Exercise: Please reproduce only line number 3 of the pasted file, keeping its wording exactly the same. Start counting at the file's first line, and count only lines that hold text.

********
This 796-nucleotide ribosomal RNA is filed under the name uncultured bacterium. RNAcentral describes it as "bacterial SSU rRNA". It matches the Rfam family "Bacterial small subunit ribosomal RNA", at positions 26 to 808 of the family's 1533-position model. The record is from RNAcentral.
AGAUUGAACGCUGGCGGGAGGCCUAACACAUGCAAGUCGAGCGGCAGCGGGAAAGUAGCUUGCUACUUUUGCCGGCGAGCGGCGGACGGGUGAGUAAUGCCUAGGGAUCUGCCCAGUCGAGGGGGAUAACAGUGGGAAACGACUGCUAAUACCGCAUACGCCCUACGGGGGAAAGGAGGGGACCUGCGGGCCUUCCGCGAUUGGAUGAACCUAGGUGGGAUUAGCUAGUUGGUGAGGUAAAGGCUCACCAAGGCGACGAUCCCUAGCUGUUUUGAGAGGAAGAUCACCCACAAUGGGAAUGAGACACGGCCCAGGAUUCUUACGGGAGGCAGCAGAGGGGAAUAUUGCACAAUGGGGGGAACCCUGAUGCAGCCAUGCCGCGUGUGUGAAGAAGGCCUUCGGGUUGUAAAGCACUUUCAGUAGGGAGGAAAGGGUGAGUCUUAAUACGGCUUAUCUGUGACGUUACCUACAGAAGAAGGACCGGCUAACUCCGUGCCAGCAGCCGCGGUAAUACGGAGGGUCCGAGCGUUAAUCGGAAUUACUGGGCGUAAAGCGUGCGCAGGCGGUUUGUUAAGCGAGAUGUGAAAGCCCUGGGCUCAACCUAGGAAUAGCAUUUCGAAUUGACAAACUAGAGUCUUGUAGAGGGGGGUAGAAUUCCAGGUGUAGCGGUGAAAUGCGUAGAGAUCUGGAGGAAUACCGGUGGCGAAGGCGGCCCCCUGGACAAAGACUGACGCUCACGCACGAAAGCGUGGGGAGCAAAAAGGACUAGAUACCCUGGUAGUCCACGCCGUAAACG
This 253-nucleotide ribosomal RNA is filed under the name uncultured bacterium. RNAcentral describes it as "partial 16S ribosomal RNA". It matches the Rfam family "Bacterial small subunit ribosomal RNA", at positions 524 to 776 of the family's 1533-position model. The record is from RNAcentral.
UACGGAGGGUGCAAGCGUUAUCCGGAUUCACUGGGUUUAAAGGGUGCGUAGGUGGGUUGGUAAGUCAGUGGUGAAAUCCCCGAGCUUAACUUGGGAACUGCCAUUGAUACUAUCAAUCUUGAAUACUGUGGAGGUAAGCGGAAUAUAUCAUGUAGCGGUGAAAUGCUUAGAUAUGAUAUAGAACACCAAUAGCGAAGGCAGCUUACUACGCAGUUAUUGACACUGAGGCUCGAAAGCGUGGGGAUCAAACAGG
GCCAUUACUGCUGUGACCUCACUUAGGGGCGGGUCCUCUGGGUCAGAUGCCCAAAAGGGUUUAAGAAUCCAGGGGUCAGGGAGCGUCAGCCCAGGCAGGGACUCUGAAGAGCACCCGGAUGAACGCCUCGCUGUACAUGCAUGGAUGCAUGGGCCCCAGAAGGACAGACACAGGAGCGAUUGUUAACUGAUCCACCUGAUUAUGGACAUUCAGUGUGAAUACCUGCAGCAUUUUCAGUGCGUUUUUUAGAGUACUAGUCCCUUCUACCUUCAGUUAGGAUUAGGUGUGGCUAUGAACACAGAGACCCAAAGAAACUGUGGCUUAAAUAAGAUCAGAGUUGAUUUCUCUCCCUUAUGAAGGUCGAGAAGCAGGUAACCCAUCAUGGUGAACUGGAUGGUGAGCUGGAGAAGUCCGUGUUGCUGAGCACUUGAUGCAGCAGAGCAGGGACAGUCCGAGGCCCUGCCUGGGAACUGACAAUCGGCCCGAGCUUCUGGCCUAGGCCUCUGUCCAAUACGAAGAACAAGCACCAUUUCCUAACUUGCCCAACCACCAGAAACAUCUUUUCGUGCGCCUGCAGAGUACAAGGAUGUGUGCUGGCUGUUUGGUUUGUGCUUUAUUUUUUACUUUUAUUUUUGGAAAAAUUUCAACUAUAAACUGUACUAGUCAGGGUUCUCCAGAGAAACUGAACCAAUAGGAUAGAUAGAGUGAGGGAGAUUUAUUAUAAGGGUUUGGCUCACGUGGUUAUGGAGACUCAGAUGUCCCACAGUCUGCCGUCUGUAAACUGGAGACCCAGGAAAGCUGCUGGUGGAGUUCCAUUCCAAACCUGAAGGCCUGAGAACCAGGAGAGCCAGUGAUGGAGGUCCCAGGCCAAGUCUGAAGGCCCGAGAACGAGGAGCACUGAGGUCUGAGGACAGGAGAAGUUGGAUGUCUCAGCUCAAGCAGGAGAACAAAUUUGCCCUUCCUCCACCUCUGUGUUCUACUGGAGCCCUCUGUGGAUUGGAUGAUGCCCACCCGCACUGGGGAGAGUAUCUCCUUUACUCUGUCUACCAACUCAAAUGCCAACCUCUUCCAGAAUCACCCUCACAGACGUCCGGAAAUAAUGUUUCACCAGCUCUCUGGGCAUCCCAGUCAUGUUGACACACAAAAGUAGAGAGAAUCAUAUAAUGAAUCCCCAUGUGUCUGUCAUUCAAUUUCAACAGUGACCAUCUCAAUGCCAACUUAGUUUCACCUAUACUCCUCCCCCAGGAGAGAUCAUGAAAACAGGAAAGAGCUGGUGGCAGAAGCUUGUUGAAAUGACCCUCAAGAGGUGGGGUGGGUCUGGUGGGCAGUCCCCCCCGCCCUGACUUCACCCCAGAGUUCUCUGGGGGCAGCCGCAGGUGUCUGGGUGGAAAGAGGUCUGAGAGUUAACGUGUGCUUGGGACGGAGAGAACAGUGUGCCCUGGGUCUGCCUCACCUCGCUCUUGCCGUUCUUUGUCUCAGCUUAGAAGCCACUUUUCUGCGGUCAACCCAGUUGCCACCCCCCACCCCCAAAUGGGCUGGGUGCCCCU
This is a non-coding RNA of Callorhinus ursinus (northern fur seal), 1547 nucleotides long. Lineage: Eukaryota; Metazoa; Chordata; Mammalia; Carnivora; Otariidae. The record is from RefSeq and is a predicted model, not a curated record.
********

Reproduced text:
This 253-nucleotide ribosomal RNA is filed under the name uncultured bacterium. RNAcentral describes it as "partial 16S ribosomal RNA". It matches the Rfam family "Bacterial small subunit ribosomal RNA", at positions 524 to 776 of the family's 1533-position model. The record is from RNAcentral.